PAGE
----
When I made a trip to the Missouri Botanical Garden (MoBot) this past weekend, my primary goal was to see and photograph the spring flowers. My mind's eye was focusing on the magnolia, cherries, daffodils and hellebores -- the true stars of spring. However, as I made my way through the different gardens of MoBot, I realized that in and amongst the bright colors of spring bulbs and the whites, pinks, and roses of the flowering trees were a large supporting cast of leaves.
Of all the foliage I photographed at the Missouri Botanical Garden this weekend, the undisputed winner of the Best Supporting Actor in a Spring Botanical Role would be the foliage of the Yellow Buckeye (Aesculus flava). The leaflets that comprise the leaf on this member of the soapberry family splay out in a perfect drooping pattern, catching the sun to create a spotlight on the center of the leaflet.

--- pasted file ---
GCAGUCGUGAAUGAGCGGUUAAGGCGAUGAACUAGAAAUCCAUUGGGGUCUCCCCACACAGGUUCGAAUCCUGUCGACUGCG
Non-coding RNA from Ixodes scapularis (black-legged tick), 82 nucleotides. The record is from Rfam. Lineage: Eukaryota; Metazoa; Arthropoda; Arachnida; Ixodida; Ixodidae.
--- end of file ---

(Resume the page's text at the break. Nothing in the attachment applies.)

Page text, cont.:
With the rate at which tulips and daffodils are being hybridized into figments of their former selves, the Yellow Buckeye just might sneak in for a lead actor award sooner than we think.